I get asked all the time how it feels to be autistic – my friends and family are all super interested to get some kind of perspective, and see things from my point of view.
That’s not true. Of course it’s not. They couldn’t give a monkey’s.
It would probably be like me asking my left-handed / tall / visually-impaired / frightfully-clever friends how it feels to be THEM or how it affects their day to day life. Once the fact that they’re left-handed / tall / visually-impaired / frightfully-clever has been established, there’s probably no need to re-visit it.
“So, with you being so tall an’ all, how did you feel when that really tall politician got into office?” I can see how that line of conversation would be surplus to requirements.
But somehow one’s autism does seem to warrant more discussion. If I can elaborate, I think what friends and family are theorising, once their loved one has disclosed their autism or Asperger’s diagnosis, is that there’s now a reason why the loved one is quirky / likes their own space / ran out of the driving examiner’s office that time / doesn’t like their fish and chips touching, etc.
A nice, tidy label that explains things, but doesn’t warrant further investigation. Like being told you have unmanageable hair and a double crown.
“Autism can make one feel dis-ordered / less ordered / requiring order…”
This is rarely true however. We’re likely to be talking about adults here (in the context of someone telling a friend/family member about their autism diagnosis), and an autistic adult who’s gained a diagnosis later in life WILL have been greatly affected by their autism. (And I use that phrase deliberately, as while I know that autism is more politically correct, frankly, autism can make one feel dis-ordered / less ordered / requiring order.)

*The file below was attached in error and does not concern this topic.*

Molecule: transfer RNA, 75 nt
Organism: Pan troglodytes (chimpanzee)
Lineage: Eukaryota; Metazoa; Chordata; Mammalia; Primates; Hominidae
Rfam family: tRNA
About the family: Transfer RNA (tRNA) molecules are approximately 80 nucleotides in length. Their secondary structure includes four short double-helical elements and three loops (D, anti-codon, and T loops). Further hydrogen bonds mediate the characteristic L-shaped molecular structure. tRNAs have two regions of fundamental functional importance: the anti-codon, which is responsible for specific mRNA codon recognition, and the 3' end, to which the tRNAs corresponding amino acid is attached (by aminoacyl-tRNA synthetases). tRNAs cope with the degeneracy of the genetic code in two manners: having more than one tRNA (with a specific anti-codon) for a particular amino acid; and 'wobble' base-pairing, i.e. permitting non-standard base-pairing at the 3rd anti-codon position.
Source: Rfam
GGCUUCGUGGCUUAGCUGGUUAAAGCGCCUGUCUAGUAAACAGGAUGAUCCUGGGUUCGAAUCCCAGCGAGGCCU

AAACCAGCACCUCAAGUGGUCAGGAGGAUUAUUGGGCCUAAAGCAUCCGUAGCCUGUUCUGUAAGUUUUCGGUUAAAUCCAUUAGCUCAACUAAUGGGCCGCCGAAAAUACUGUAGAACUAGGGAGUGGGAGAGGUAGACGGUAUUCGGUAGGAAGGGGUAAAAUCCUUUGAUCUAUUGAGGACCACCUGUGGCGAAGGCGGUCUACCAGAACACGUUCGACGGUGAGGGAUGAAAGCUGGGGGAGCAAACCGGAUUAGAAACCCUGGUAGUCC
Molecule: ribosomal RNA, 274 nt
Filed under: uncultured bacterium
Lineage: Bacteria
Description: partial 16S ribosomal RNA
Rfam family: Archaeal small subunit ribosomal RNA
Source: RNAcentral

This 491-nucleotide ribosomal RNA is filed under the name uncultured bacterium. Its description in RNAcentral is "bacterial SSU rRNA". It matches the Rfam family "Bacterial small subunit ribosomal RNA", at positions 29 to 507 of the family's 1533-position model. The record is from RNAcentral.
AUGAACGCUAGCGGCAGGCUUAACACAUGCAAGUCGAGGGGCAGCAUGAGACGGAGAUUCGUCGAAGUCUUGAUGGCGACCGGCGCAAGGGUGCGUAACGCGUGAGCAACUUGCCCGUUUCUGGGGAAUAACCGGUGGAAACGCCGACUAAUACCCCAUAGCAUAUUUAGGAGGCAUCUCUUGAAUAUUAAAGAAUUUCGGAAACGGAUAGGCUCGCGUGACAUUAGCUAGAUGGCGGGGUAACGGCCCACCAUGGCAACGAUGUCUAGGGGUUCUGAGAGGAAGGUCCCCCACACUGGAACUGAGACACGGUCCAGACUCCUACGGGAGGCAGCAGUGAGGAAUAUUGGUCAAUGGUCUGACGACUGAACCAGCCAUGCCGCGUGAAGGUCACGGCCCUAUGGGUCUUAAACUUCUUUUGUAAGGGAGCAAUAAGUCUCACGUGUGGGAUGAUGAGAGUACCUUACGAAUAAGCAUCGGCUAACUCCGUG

So, can I implore friends and families of recently diagnosed autists not to ‘package up’ and hide away conversations about how the loved one’s autism is affecting them? Essentially, if one has autism, it is (and has always been) a filter through which their life is viewed. A pair of glasses, or a window frame if you will, through which we (autists, or autistic people) see and process everything. That work decision we made? It was made through an autism lens. The new jacket we bought? Selected through an autism lens. That big social family gathering we endured that left us exhausted, with a social hangover? Yep, it was endured through an autism lens. And the filtering and processing of past events; deaths, births, marriages, work-events, friendships, fall-outs, you name it – all tackled with this strange, other-worldly filter in place.
A new autism diagnosis isn’t just a plaster or band aid that sticks together a few health issues. For example, someone may share with their family that the health issue they were experiencing was a result of a mineral deficiency – and a diagnosis and a supplement rectifies it. Or maybe they couldn’t perform a particular physical movement because of an old injury – and a diagnosis and physio session rectifies it. An autism diagnosis isn’t like that. It’s life changing and monumental.
There’s no harm in asking your autistic friend or loved one how they feel about their autism diagnosis periodically – whether it’s changed what they do, where they work, how they manage their self-care, how it affected them as a child, and how it tallies with past experiences that the person found challenging, because of their autism and the way it coloured their experiences.
There’s every chance that the conversation will be appreciated! (Just make it on email, schedule any phone calls in a diary in triplicate, or ensure it takes place in a quiet, subtly lit place with just you two present…!)
A little disclaimer — here at Spectra.blog we don’t claim to be experts about Autism; the information we post here is based purely on our own exposure and experiences.
Check out our blog on adult autism assessment HERE to gain even more perspective about your loved once’s possible experience, if they’ve been recently diagnosed as autistic. Read more about our curator HERE.